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Comics Smackdown: Is CBR in the Dog House with DC Comics After Teen Titans Hit Piece? (UPDATED)

Written by Jude Terror on Friday, April 11 2014 and posted in News with Benefits

Comics Smackdown: Is CBR in the Dog House with DC Comics After Teen Titans Hit Piece? (UPDATED)

Rogue blogger Janelle Asselin ripped the upcoming Teen Titans reboot cover a new one in a CBR article, prompting a quick response from DC stock artist Brett Booth.

Source: Social Media

Earlier today, Janelle Asselin, a longtime comics editor and critic who currently writes the "Hire This Woman" column at Comics Alliance, published a guest article on popular corporate megasite Comic Book Resources decrying the horrendous cover to Teen Titans #1 by Kenneth Rocafort. Asselin criticized the use of ginormous boob implants on teenaged character Wonder Girl, amongst other crappy design choices. Here's an excerpt:

Let's start with the elephant in the room: Wonder Girl's rack. Perhaps I'm alone in having an issue with an underaged teen girl being drawn with breasts the size of her head (seriously, line that stuff up, each breast is the same size as her face) popping out of her top. Anatomy-wise, there are other issues -- her thigh is bigger around than her waist, for one -- but let's be real. The worst part of this image, by far, are her breasts. The problem is not that she's a teen girl with large breasts, because those certainly exist. The main problem is that this is not the natural chest of a large-breasted woman. Those are implants. On a teenaged superheroine. Natural breasts don't have that round shape (sorry, boys). If you don't believe me, check out this excellent tutorial from artist Meghan Hetrick.

A secondary problem is that no girl with breasts that large is going to wear a strapless top for anything, much less a career that involves a lot of physical activity. In previous New 52 "Teen Titans" covers and issues, we've seen this same costume, but more often than not, WG's breasts are drawn smaller, or the top is pulled up higher. The way Rocafort has drawn her here, we're one bounce away from a nipslip. On a teenager. In case you forgot that entirely relevant point.


It's unusual for CBR, which frequently features full page paid advertisements from Marvel and DC and is frequently the recipient of EXCLUSIVE content deals with the big two, to publish negative commentary on Big Two comics, so the article naturally ruffled some feathers. It didn't take long for DC stock artist Brett Booth to complain about the criticism on Twitter:



That's right, according to Brett Booth, suggesting that teenagers shouldn't be depicted as surgically enhanced sex objects is both biased and nitpicking. Of course, Booth has a job in comics, so he is naturally followed on social media by dim-witted starfuckers ready to come to his defense at a moment's notice. So it didn't take long for the misogyny to kick in:

@Demonpuppy It was written by some self-professed "comics journalist" chick @gimpnelly. #bitethehandthatfeedsyou

— RyanJoseph (@RyanAJoseph) April 11, 2014



Asselin responded, noting her long and well-known career in comics:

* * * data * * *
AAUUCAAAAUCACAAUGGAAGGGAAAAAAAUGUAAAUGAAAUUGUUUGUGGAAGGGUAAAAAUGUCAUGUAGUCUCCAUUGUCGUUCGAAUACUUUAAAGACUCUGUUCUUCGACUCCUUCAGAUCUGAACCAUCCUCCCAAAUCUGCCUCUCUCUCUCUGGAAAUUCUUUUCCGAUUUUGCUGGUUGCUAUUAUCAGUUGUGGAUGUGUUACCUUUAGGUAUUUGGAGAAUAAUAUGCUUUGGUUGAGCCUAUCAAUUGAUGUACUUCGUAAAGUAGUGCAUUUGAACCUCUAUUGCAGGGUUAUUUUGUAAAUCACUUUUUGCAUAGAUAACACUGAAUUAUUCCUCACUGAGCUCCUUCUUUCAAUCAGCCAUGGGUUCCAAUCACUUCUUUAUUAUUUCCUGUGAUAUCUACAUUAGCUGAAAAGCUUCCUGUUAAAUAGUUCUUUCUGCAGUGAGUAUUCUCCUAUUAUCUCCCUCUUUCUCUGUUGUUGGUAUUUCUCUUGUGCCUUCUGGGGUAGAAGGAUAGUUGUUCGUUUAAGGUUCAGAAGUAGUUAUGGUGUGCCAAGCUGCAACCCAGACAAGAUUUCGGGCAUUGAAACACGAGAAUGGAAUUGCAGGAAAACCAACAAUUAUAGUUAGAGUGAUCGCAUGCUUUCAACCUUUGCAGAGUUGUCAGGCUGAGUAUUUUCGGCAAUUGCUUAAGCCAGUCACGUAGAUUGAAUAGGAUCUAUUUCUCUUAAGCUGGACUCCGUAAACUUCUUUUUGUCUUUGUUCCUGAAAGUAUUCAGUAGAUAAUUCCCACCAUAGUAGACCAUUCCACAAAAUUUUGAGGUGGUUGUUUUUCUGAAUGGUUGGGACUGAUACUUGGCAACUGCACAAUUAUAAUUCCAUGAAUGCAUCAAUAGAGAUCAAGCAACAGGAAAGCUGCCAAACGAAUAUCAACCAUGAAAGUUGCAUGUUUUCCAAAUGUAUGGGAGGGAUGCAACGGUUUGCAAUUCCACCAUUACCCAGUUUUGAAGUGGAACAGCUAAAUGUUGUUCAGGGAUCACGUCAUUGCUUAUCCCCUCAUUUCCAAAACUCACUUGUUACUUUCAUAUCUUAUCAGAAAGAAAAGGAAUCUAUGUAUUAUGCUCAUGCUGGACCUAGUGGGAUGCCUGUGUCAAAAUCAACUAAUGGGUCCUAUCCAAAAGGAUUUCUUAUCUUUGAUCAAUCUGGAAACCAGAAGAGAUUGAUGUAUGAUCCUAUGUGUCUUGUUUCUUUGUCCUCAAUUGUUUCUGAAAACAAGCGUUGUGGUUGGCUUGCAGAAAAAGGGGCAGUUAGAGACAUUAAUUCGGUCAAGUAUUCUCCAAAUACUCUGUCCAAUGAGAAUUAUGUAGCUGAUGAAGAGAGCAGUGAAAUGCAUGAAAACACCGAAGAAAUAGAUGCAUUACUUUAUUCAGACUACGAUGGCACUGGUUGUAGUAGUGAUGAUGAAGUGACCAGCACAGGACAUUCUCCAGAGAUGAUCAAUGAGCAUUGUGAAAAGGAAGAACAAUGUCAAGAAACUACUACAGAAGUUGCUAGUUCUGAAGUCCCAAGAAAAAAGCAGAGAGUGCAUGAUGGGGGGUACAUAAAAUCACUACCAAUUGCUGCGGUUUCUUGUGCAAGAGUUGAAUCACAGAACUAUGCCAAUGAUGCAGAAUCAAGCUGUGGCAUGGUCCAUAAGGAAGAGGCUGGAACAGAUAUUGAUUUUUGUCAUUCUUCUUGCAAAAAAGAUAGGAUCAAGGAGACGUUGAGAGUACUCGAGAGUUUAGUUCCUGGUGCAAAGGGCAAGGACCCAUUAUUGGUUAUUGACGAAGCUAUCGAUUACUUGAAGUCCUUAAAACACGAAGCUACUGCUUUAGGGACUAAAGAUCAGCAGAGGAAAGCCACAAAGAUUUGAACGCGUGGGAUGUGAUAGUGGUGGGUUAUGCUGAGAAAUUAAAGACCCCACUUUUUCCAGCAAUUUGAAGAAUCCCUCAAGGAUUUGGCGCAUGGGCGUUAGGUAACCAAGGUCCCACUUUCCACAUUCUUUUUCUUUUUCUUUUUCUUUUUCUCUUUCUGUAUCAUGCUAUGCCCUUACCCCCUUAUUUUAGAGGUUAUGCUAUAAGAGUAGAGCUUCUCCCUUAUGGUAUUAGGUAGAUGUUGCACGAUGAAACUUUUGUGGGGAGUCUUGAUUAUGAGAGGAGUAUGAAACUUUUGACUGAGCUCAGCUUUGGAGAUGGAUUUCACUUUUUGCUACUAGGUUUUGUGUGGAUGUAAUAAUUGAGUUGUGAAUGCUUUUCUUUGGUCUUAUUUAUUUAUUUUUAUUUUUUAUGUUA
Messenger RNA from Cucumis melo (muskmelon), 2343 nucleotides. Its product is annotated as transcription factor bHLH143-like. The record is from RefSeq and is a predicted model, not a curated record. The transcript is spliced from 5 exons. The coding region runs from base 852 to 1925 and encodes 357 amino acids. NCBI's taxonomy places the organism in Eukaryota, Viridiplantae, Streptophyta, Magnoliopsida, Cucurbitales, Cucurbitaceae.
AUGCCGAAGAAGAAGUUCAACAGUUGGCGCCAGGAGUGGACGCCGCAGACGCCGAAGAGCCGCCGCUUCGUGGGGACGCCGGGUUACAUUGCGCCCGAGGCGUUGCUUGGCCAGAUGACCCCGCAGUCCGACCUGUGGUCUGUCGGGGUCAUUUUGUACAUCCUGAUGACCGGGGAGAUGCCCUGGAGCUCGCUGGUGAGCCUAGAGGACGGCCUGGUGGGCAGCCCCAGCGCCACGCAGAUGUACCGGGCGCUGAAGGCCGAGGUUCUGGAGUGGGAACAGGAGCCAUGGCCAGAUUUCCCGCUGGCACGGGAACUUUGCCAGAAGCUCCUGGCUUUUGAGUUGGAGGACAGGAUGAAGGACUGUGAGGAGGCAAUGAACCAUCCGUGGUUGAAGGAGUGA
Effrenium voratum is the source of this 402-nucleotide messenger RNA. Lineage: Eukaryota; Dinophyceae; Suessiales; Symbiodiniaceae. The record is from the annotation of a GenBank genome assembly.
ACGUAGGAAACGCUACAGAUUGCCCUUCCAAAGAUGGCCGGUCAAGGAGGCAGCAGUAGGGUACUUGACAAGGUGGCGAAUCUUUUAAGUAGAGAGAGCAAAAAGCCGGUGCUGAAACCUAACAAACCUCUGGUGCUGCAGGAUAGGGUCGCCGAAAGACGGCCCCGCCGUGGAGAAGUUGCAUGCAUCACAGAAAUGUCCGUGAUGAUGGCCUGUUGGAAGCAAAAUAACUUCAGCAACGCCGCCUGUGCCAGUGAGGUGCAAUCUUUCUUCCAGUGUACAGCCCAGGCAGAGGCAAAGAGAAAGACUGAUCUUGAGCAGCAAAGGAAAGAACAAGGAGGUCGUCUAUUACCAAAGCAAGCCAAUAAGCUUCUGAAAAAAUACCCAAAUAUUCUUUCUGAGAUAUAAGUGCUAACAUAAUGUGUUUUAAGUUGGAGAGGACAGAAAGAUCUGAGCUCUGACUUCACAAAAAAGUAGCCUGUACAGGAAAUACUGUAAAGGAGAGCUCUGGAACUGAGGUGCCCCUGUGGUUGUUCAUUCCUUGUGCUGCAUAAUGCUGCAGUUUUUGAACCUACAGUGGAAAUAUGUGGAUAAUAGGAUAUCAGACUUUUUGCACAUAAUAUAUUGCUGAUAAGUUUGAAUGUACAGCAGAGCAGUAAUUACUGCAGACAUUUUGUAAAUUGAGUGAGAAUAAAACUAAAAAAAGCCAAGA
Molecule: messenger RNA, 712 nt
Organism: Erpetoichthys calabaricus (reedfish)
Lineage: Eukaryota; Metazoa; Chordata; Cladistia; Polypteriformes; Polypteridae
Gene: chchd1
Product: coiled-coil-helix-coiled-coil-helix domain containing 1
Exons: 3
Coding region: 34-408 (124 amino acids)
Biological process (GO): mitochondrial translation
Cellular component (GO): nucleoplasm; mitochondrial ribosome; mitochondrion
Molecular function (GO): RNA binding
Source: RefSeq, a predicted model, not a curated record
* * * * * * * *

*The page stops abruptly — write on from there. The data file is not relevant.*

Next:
To which Booth countered:



Asselin responded:




Luckily, Booth was happy to explain:







Ah, it's the old Smarm vs. Snark argument. One of our favorites. If you don't have something nice to say, you shouldn't say anything at all - a dangerous and nonsensical platitude.

Here's the cover Asselin took apart:

Go over to CBR (a phrase you rarely hear us utter) and check out her critique. Do you think she's on the money? It'll be interesting to see how CBR responds. Will they continue to publish "negative" criticism, or will they be cowed by the backlash from DC employees? We'll have to see, but hopefully someone over there is listening to our thoughts on comics journalism, and if so, good for them.


UPDATE: The fun went on for a while while Ol' Jude Terror was off cooking dinner (a delicious vegetarian coconut curry with peanuts, potatoes, peppers and onions - thanks for asking), and you can read the whole thread here, but I wanted to highlight this final bit, where it turned into outright paranoia as Booth and his fans decided that this was just part of an ongoing media bias against DC Comics:








By impartial, they mean kiss corporate ass, of course.









You see, comics media, if you would just only say nice things about DC, they would give you more exclusive news and access! Why can't you understand the simple concept of payola?!



Remember, this article was posted at CBR, which is normally (overly) positive about Big Two comics. But all of a sudden, they are the love child of Bleeding Cool and The Outhouse.



Oh noes! It's a conspiracy!


A conspiracy involving... stuffy noses?




Apparently they've never read The Outhouse. :)

Look... for us to come to the defense of CBR, who we usually like to make fun of for being TOO NICE to Marvel and DC, you know something has got to be really off the wall. This wasn't a conspiracy to disparage DC because of... sinus problems... for fuck's sake. It was a measured piece that you may agree or disagree with. Trying to silence criticism under the guise of civility is far more insidious than any art critique.

EDIT: In all the hubbub last night, we missed one other comment from Booth.  Read it below and chew on it for a bit.  


MONDAY UPDATE: Following up on the events of the weekend, Janelle Asselin posted an update on Tumblr, in which she reflects on some of the responses she received, including the old internet standby of rape threats. Nice job being terrible, fanboys. Read that here.

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